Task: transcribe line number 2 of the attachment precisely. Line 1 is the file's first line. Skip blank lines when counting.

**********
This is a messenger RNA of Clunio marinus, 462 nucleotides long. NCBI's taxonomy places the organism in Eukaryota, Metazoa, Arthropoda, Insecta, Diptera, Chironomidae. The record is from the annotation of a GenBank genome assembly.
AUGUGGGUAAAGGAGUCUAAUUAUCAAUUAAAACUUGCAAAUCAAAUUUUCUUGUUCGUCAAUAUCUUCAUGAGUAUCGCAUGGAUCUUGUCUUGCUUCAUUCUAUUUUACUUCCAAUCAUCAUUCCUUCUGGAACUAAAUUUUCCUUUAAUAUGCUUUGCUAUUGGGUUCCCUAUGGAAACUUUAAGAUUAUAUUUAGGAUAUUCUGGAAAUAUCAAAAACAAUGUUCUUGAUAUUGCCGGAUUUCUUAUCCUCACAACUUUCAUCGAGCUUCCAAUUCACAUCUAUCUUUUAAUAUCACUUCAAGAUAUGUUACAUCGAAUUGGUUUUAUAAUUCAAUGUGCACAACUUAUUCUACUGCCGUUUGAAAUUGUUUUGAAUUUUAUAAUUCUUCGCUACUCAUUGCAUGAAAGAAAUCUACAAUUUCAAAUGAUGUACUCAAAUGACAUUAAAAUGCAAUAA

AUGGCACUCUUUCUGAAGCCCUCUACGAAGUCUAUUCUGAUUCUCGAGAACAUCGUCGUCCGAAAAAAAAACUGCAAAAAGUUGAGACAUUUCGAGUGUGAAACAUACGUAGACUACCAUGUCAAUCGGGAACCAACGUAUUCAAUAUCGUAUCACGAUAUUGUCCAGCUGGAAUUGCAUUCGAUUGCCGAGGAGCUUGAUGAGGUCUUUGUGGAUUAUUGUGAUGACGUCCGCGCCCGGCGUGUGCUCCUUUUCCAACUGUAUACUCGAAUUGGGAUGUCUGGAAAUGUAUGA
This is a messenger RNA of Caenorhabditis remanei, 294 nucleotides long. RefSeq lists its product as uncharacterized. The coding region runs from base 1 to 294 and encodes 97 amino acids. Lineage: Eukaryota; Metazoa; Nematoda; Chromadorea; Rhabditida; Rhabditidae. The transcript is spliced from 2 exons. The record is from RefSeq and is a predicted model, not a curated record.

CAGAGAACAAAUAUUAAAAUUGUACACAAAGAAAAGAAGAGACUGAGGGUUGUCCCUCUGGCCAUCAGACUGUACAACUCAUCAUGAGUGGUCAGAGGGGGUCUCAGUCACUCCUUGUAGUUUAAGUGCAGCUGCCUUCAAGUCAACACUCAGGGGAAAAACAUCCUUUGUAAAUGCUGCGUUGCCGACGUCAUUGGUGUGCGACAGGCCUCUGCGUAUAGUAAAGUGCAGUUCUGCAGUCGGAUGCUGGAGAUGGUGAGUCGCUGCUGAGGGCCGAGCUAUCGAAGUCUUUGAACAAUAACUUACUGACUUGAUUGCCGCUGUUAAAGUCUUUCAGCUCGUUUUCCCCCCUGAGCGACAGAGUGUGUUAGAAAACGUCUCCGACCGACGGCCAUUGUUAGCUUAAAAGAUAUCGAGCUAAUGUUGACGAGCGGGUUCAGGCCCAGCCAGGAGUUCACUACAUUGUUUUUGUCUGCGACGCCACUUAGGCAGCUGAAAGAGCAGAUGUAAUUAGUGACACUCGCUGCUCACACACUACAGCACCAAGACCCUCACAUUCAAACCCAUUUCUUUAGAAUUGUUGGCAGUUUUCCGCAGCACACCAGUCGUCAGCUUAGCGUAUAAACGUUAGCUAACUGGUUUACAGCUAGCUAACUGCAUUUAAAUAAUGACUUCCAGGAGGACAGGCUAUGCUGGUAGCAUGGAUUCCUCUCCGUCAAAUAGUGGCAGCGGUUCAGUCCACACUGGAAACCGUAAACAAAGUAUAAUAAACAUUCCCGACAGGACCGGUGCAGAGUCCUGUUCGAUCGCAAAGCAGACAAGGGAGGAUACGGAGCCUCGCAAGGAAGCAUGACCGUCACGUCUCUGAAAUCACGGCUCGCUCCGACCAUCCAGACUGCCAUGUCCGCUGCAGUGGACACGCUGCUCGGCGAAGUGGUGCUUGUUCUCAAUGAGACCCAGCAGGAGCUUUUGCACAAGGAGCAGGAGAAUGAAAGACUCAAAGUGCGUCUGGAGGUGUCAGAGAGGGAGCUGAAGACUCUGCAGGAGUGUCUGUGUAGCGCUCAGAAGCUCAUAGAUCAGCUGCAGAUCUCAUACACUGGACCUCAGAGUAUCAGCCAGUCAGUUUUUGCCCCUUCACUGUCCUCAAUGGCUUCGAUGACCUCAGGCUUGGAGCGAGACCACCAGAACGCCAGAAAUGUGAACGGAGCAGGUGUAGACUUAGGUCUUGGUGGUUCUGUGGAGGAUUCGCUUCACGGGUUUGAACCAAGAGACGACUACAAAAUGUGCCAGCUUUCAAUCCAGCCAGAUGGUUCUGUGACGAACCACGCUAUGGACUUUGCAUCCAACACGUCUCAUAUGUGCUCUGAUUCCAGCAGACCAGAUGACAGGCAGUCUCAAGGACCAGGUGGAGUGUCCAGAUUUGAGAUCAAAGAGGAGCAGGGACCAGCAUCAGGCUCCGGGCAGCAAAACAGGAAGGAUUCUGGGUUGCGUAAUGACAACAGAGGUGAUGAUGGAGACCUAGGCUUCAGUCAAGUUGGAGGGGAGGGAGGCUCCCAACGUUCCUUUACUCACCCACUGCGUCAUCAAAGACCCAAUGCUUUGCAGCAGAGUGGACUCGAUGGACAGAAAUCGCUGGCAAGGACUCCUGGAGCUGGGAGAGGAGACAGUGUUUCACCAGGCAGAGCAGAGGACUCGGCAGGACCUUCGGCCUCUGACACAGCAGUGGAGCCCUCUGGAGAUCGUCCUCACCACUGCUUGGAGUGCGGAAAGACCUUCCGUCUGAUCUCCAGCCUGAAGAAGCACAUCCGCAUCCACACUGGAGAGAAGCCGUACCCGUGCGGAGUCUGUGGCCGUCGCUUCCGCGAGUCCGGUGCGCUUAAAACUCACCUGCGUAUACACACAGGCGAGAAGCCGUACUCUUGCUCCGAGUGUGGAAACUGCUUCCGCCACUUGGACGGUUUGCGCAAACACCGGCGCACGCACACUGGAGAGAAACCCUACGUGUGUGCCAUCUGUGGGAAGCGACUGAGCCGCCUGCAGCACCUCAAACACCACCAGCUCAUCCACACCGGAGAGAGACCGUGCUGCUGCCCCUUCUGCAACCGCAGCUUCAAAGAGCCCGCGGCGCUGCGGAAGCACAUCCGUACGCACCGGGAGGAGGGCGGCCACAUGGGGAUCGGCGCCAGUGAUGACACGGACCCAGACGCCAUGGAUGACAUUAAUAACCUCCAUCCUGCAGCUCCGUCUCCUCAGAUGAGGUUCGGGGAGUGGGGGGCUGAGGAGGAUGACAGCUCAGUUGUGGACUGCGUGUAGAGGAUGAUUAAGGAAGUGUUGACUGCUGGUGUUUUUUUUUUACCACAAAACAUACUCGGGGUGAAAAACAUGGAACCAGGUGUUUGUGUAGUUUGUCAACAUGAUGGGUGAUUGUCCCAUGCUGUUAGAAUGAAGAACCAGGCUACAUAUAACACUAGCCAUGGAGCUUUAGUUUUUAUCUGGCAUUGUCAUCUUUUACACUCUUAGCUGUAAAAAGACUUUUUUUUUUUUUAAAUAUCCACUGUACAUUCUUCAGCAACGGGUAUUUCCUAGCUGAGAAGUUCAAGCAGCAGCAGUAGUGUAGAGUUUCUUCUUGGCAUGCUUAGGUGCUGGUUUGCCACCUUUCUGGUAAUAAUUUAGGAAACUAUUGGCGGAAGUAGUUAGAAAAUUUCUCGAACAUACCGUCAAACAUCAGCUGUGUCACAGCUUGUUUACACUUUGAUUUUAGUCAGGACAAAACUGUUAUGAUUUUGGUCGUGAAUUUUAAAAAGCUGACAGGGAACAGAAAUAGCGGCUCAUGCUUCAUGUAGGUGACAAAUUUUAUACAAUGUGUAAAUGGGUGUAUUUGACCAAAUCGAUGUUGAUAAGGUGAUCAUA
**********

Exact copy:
AUGUGGGUAAAGGAGUCUAAUUAUCAAUUAAAACUUGCAAAUCAAAUUUUCUUGUUCGUCAAUAUCUUCAUGAGUAUCGCAUGGAUCUUGUCUUGCUUCAUUCUAUUUUACUUCCAAUCAUCAUUCCUUCUGGAACUAAAUUUUCCUUUAAUAUGCUUUGCUAUUGGGUUCCCUAUGGAAACUUUAAGAUUAUAUUUAGGAUAUUCUGGAAAUAUCAAAAACAAUGUUCUUGAUAUUGCCGGAUUUCUUAUCCUCACAACUUUCAUCGAGCUUCCAAUUCACAUCUAUCUUUUAAUAUCACUUCAAGAUAUGUUACAUCGAAUUGGUUUUAUAAUUCAAUGUGCACAACUUAUUCUACUGCCGUUUGAAAUUGUUUUGAAUUUUAUAAUUCUUCGCUACUCAUUGCAUGAAAGAAAUCUACAAUUUCAAAUGAUGUACUCAAAUGACAUUAAAAUGCAAUAA